We were hoping that by the middle of last June that we’d be able to drive up to Dunns Bluff. The bluff is an impressive rock outcrop near the edge of the Eagle Cap Wilderness. But as we climbed higher and higher on the rough Forest Service road, we found ourselves busting through deeper and deeper snowbanks. The back of the four-wheel drive pickup truck was loaded with wildlife cameras, meat for bait, trapper’s lure for attracting wildlife, cables, locks, tools and an assortment of hardware. All of this bounced around in the back of the pickup making enough racket to scare away just about any wild animal within a mile. At the time, it seemed like a strange way to attract wildlife, but we knew that once things quieted down, we’d get some good wildlife photos. Finally, we had to accept the fact that there was just too much snow for us to drive to our destination. And it was too far to walk. We turned the truck around and retreated for the day with a promise to return.
|meat (bait) was placed inside metal cylinders|
At Hells Canyon Preservation Council, we actively work to protect the important lands and waters of the greater Hells Canyon region. Fragmentation of habitat from roads and logging can be a significant threat to the connectivity of important habitats such as old-growth forests. During the past few years, we’ve advocated to protect the habitat of the Castle Ridge area and worked with the US Forest Service to achieve protections for habitat connectivity in this important landscape. Castle Ridge is an 8,790 acre roadless area on the Wallowa-Whitman National Forest located between the Eagle Cap Wilderness and the Grande Ronde Valley. Through the Wildlife Watchers program, we collaborate with the US Forest Service to monitor wildlife in important habitats that are essential to the connectivity of the region. Hells Canyon Preservation Council staff, volunteers from our membership, and Forest Service wildlife specialists work together to accomplish the many tasks that the Wildlife Watchers project entails.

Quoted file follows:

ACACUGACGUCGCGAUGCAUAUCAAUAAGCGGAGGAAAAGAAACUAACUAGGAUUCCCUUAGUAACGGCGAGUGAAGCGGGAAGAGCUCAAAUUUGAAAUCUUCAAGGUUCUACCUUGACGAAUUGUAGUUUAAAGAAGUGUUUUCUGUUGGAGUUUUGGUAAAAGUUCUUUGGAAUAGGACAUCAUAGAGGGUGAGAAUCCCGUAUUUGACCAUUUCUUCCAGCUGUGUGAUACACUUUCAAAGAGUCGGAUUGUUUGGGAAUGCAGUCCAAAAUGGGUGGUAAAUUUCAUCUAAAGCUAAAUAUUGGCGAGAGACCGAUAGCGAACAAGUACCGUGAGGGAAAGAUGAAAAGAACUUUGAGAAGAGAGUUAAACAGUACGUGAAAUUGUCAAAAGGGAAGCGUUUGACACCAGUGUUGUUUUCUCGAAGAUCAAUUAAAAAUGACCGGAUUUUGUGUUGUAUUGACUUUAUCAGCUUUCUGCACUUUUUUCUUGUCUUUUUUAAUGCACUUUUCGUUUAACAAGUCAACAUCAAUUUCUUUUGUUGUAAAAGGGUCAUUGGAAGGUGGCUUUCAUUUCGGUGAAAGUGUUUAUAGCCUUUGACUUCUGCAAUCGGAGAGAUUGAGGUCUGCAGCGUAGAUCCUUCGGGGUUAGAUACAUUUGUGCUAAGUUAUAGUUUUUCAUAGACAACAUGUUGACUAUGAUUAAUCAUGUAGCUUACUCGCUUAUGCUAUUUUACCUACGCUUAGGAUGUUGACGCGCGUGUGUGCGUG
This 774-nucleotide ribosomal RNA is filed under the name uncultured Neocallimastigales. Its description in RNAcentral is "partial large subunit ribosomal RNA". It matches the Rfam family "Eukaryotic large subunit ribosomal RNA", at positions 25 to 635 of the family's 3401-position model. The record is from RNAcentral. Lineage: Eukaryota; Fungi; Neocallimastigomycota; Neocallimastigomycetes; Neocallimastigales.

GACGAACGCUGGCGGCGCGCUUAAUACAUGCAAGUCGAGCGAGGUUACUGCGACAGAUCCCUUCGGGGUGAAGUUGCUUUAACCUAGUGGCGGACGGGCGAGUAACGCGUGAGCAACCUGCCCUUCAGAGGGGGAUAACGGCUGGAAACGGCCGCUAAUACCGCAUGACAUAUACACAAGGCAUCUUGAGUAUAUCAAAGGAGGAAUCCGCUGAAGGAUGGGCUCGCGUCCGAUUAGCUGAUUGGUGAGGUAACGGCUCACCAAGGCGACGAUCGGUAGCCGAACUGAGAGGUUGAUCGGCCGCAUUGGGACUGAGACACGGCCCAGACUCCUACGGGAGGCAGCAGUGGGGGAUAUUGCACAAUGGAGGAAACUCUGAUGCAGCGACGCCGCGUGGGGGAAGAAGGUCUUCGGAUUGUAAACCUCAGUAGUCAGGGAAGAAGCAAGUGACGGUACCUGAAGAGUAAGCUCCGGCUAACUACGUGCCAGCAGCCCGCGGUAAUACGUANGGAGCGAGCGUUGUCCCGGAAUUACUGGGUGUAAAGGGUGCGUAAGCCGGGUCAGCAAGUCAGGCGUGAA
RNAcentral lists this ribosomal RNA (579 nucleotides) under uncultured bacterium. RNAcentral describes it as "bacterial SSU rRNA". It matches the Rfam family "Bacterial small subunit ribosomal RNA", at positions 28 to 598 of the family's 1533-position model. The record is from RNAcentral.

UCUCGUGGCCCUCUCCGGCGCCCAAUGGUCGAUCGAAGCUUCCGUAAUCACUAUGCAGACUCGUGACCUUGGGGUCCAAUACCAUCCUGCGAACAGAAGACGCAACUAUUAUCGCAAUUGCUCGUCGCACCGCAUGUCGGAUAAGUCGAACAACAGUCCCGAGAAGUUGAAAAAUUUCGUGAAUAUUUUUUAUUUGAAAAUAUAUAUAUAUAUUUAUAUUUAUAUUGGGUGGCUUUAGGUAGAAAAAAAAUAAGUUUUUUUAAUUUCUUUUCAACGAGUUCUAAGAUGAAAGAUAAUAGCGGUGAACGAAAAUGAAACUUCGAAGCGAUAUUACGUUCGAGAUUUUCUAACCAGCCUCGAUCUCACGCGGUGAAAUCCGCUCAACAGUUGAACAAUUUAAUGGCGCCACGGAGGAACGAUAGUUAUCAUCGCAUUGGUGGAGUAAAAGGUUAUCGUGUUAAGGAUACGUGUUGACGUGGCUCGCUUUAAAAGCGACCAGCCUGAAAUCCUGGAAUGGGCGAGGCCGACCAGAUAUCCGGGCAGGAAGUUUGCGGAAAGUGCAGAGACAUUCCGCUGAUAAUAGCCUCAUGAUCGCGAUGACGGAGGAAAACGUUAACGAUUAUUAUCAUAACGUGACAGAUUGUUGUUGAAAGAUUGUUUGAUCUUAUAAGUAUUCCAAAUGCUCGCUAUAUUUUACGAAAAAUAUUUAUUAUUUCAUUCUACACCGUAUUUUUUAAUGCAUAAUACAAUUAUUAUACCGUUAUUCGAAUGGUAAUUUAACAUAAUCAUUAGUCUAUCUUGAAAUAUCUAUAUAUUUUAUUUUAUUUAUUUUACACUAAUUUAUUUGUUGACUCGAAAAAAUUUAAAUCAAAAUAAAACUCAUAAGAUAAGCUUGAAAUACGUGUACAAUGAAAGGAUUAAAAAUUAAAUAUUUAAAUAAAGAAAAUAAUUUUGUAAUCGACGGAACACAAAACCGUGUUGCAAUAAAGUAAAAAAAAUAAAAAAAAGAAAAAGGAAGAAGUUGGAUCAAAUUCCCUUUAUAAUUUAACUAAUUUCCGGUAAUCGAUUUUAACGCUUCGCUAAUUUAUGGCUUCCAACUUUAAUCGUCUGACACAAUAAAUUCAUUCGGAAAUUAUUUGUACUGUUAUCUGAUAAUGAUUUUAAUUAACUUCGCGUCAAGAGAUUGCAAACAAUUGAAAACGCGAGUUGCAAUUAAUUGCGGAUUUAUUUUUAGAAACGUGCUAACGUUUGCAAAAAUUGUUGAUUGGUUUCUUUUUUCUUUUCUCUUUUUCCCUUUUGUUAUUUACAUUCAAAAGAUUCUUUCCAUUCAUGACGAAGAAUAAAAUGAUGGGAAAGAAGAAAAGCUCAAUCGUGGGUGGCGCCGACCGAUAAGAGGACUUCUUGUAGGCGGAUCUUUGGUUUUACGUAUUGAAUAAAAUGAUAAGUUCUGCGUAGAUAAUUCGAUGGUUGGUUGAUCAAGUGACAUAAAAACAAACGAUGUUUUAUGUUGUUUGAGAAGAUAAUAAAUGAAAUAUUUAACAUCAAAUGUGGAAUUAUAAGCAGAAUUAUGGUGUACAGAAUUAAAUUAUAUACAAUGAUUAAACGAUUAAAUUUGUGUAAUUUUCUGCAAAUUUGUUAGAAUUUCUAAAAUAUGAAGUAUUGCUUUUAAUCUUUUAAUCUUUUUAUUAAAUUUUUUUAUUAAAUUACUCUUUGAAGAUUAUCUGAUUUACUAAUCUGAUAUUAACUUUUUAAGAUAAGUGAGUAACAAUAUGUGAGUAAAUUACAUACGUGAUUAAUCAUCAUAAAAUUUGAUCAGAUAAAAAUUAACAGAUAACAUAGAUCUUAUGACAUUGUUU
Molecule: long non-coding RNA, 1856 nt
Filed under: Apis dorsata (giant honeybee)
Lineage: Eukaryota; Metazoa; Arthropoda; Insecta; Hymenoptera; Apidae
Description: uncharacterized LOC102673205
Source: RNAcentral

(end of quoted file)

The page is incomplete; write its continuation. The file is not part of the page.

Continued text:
|Volunteer Allan Gorthy sets up trail camera|
The eleven cameras captured photos of northern flying squirrel, bobcat, mountain lion, black bear, mule deer, white-tailed deer, Rocky Mountain elk, Douglas squirrel, bushy-tailed wood rat and coyote.
Three wildlife species of particular interest in the Castle Ridge area are the American marten, wolverine, and the wolf. We were disappointed that we did not capture any photos of these species with our eleven trail cameras during the field season. However, it’s important to note that the absence of photographs does not necessarily mean that these animals are not present or traveling through the area or utilizing the habitat during certain seasons.
Wolverines were recently documented in the Eagle Cap Wilderness just to the east of the Castle Ridge Roadless Area. DNA analysis of one of these wolverines showed a genetic relationship to the wolverines of Idaho and we assume that their travel corridor was through the connected habitat of the greater Hells Canyon region. American martens were also photographed in the Eagle Caps during this recent wolverine research. The American marten is considered to be a management indicator species because it is associated with old growth forests in northeast Oregon and so it has been a species of particular interest for the Wildlife Watchers program. Wolves have entered Oregon from Idaho through the Hells Canyon region as well. Since wolf recovery in Oregon is an important recent development, there is much interest in their whereabouts in the local landscape.
When wildlife travel into the Pacific northwest from the Rocky Mountain region, they often enter through the wild lands of northeast Oregon. Moose, wolverines, and wolves have all come into Oregon this way over the past few years. This is not surprising because the Wallowa Mountains, Blue Mountains, Hells Canyon and the Seven Devils are rich with interconnected lands and waters providing an amazing diversity of quality habitat.
The snow returned to Castle Ridge in October. After hiking in through a few inches of fresh new snow, we removed the cameras for the season. It had been a successful field season of collaboration with the Forest Service and volunteers. We collected valuable wildlife information that will be used to inform future decisions that affect the land management of the area. Through the Wildlife Watchers project, we are connecting people to the land while we work to protect the connections of important habitats across the landscape.
Hells Canyon Preservation Council appreciates the efforts of the Wallowa-Whitman National Forest and of the HCPC volunteers who make this program possible. We would also like to thank our funding partners—Yellowstone to Yukon Conservation Initiative, Mazamas, and Patagonia.
If you are interested in becoming a Wildlife Watchers volunteer in 2014, please contact HCPC Restoration Director Brian Kelly at email@example.com.